Wednesday, October 31, 2012

Chain Reaction

Ford announced last week it was planning to close one of its main European factories by the end of 2014.  Consequently, the move will result in the loss of 4,500 direct jobs and an estimated 5,000 related subcontractor jobs.  Did Ford take into account the chain reaction that will follow?

Read On:
Ford Motor Company’s Genk plant located in the eastern part of Belgium produces the midsize Mondeo, the S-MAX minivan and the Galaxy car.  A comparison of their sales in September of 2012 versus 2011 reveals a 14.9 percent drop in sales.  European car sales according to Acea (the European carmaker’s association), dropped 10.8 percent during this same period, primarily attributed to the European debt crisis.  For the record, the announcement came one month after Ford’s management gave reassurances about continuing production at the Genk plant which represents about one-third of the automotive production in Belgium.

Let’s examine the chain reaction that will follow.  I will stick with my area of expertise, food-away-from home.  Think about the reduced sales of breakfast and/or lunch sales or better yet catering sales due to the reduced labor force at Genk.  Specifically for Delicatesse Catering, an established caterer located in Genk since 2001.  After the layoffs, they will most probably sell fewer sandwiches; less sandwiches means a reduction in supply chain sales for their bread, protein, cheese and packaging suppliers.  Less supply chain sales will result in layoffs – bakers, route drivers, etc.  I do not know if Delicatesse Catering has the vending contract for the Genk plant, but think about the chain reaction associated with lost vending sales.   Etc., etc., etc.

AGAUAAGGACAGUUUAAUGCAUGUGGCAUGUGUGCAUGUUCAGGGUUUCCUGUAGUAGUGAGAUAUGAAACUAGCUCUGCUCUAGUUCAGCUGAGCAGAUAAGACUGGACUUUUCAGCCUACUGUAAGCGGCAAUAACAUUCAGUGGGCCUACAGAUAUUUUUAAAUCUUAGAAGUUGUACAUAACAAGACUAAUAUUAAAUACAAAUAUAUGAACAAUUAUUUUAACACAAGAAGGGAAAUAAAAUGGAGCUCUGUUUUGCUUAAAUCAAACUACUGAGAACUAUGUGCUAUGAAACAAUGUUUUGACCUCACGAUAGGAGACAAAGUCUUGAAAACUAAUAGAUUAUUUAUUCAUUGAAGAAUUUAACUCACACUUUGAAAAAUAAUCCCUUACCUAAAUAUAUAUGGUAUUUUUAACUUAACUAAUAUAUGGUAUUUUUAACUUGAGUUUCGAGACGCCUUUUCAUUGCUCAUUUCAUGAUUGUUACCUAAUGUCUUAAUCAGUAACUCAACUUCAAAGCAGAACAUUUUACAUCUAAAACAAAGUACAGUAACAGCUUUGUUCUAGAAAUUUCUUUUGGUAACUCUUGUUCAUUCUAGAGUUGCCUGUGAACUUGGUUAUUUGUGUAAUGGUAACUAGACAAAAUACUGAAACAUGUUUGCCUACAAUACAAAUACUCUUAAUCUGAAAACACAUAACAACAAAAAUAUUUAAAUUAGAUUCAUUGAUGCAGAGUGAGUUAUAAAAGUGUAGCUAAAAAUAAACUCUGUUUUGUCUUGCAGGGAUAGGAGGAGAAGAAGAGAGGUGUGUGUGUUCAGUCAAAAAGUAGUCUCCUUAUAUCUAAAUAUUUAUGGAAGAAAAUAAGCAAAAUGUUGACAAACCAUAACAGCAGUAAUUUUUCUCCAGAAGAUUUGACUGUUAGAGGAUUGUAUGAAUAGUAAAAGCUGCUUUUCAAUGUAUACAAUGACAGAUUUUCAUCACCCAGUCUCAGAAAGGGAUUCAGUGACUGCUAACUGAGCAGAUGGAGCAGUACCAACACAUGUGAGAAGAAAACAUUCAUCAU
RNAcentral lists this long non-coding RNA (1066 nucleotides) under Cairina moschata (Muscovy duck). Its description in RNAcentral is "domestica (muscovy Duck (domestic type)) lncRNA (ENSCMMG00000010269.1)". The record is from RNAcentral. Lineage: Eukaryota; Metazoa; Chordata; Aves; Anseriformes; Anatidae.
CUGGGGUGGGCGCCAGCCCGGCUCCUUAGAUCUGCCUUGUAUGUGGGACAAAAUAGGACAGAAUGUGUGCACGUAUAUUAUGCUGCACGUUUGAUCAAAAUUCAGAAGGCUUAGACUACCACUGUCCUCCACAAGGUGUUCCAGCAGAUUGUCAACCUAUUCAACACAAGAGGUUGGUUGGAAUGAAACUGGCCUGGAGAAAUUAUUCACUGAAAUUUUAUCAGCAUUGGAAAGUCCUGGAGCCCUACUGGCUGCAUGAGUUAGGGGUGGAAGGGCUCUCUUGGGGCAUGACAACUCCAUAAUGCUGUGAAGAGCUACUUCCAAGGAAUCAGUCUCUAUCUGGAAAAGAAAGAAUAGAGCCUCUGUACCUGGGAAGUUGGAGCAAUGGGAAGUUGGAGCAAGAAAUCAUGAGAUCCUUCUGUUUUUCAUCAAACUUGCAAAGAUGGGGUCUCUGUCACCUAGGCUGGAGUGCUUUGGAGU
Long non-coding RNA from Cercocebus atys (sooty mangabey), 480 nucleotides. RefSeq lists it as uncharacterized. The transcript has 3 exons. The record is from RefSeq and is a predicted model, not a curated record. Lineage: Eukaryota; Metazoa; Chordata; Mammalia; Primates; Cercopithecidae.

Are chain reactions a harbinger of our new global economy?


  1. As a Belgian national, I just have to comment on this Blog post, Jimmy. Absolutely right: the shutdown of the Genk plant is a catastrophe for the Belgian region of Limburg, where Ford is currently the biggest company (3,035 billion euro Turnover) and biggest employer. Image families who have both husband and wife working there... It is especially bitter because the Ford employees had agreed witho a 12% salary decrease 2 years ago, in return for guarantees that the Ford plant would stay open until 2020. And look what happened now. Ford broke their promise.

    As far as Delicatesse Catering is concerned: luckily they seem to have well-spread their activities: they also cater for children day-care centers, schools, resthomes. But the chain reaction will touch many more than we think, for sure.

  2. My only comment is that Ford alone, out of the big three, did not require billions of dollars in Federal bail out funds and unlike GM and Chrysler is not owned by you and me.

    Putting it on a foodie footing, if people stopped eating tomatoes and as a result farmers stopped growing tomatoes, would the chain reaction to suppliers of tomato stacks, packaging etc. be of interest and concern?

    The point is that in a capitalistic economy supply works out to meet demand. If demand is down 14-18% the supplier must make adjustments.

  3. Chain reaction is a great play on words for many multi unit operators in the foodservice industry today. Chains are reacting in many ways; raising prices, eliminating high food cost items from menus, offering more value priced items, looking hard at off shore supply, slimming down marketing budgets and they are also innovating to keep prices low, partnering with companies that excel, elevating talent, etc. etc. and each of these scenarios sets off its own set of chain reactions...requiring most everyone to adjust in some way. It's not all bad.

  4. Interesting range of comments. Thank you.